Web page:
Jonah Bromwich called the X-Clan revival first.
It takes a while for Kembe X to hit his stride both on a song by song basis and over the entirety of his first mixtape, Self Rule. The affable seventeen year old, who belongs to a loose Chicago collective known as The Village, frequently needs some time to shake the cobwebs off, but once he does, he’s unquestionably worth listening to.
Rapping over VERY smooth boom-bap beats that harken back to the early nineties, Kembe occasionally oversteps the bars’ orthodoxy: “when I be high, I be observin’ the fuck out of shit” is a somewhat charming but also really stupid lyric and when he calls Lil Wayne “a fucking faggot” on opening track “X,” the obscenity is so out of character that he immediately asks us to pardon his French. Then too, there are his politicisms which come off as artificial. Despite his name, and the opening track which juxtaposes Floyd’s “Welcome to the Machine” with speeches about black power, Kembe is best as a lifestyle rapper, something that he shows off more ably later down the line.
“Don’t Quit” seems like a bit of an eye-roller at first; it’s a song about desperately wanting to quit smoking weed. But this is the first song where Kembe is in the pocket the entire time, speeding up his tempo and making the beat work for him. He’s similarly comfortable on “The Wager (In Rod We Lust),” a two minute meditation on a bright future, thoughts which gaze skyward but are expressed with a grounded humility.
Make no mistake, Illmatic is the primary touchstone here, and that’s never clearer than it is on one of the best songs, “Visions.” The hook, which speaks of “visions of the world being mine” is strongly reminiscent of the casual ambition of an adolescent Nas, another young guy who was willing to claim the world (although Nas claimed it for the listeners). Though Kembe doesn’t get particularly close to the hyperbolically precocious poetics that Nasty revealed on his debut, he does showcase a smoothness which, along with great beats, makes Self Rule a pleasant listen with plenty of intrigue for the future thrown in.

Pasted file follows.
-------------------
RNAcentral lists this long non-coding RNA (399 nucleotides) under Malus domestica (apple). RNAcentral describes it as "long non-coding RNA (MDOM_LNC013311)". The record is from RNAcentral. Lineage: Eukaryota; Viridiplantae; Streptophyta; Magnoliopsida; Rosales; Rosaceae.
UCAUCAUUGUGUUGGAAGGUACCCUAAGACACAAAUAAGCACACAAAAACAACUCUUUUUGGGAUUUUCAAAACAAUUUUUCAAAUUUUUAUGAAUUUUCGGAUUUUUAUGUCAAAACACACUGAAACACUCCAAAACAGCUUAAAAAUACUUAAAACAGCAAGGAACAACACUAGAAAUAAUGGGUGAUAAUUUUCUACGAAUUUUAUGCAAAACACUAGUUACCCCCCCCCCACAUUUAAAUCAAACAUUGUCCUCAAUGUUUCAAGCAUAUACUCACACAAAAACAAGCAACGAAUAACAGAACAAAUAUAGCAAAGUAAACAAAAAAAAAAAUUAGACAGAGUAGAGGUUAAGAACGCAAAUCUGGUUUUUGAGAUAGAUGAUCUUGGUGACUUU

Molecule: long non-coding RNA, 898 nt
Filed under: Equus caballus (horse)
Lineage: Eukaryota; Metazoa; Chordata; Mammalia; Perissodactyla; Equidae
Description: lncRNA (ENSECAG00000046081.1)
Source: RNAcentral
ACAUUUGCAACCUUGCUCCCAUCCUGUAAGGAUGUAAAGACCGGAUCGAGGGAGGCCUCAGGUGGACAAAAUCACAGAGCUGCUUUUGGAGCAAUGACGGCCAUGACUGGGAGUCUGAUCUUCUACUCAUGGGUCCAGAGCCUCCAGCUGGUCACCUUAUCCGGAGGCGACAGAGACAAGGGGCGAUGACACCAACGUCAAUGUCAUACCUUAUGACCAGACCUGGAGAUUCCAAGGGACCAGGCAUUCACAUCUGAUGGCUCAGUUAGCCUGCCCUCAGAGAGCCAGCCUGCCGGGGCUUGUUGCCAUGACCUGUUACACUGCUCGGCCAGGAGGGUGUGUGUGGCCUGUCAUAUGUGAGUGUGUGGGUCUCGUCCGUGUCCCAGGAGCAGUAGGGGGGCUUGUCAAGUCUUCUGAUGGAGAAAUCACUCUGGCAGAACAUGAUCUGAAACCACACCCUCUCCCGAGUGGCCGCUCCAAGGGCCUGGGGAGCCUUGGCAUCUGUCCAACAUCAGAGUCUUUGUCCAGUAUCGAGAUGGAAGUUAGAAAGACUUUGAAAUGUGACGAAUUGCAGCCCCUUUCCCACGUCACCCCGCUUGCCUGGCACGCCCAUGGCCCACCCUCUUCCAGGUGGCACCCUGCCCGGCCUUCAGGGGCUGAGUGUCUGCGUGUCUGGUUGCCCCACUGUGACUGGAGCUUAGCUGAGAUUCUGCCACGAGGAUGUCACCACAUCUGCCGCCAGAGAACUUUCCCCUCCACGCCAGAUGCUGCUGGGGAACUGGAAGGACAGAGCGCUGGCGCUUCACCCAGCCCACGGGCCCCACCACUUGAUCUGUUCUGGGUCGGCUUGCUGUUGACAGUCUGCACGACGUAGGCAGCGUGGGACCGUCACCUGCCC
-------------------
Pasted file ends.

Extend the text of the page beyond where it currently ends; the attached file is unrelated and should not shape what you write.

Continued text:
Over the weekend Kembe released a new mixtape, Can I Get a Dollar?, with his counterpart Alex Wiley, a guy who’s less steady but might be more exciting. Alex Wiley doubletime raps in the classic style of his city, though he cites Wale’s 100 Miles and Running as one of his favorite tapes (also, one of my all-time favorites).
Wiley first showed up on Self Rule where his verses vibed surprisingly well off of the more laid-back Kembe and it’s a good look for the two to continue to collaborate. Wiley’s got a snap to his voice, enunciates more clearly than most fast-rappers, and has an endearing habit of cutting off quickly at the end of his words, an effect which helps the lyrics stay in your mind. His chorus on new song “Extremely Well” is insanely catchy, as it riffs on Allen Iverson’s famous disdain for practice with an outsize personality.
Wiley generally has a better showing than Kembe on the new tape—the former’s better suited to braggadocio than the latter, and that’s all Dollar is. Wiley makes good use of the surplus of wax time, mixing a little bit of Cleveland in with his Chicago and exaggerating the bite in his voice (someone’s been listening to “Brand New Guy”).
Neither of these guys have done enough to merit serious hype and they seem a little bit too happy with the accolades they’ve managed to scrape (which, since they came after a single mixtape, are somewhat impressive). Regardless, it’s never that good a look to fill 50% of your tape with raps about how good you are at rapping—it suggests that you’re running a little low on subject matter or that you just don’t feel like working. But if Wiley keeps his quality up and Kembe gets back to the voice he found on Self Rule, the Windy City should rejoice. These prospects, given a years of seasoning, could add two more new standard-bearers to Chicago’s expanding arsenal.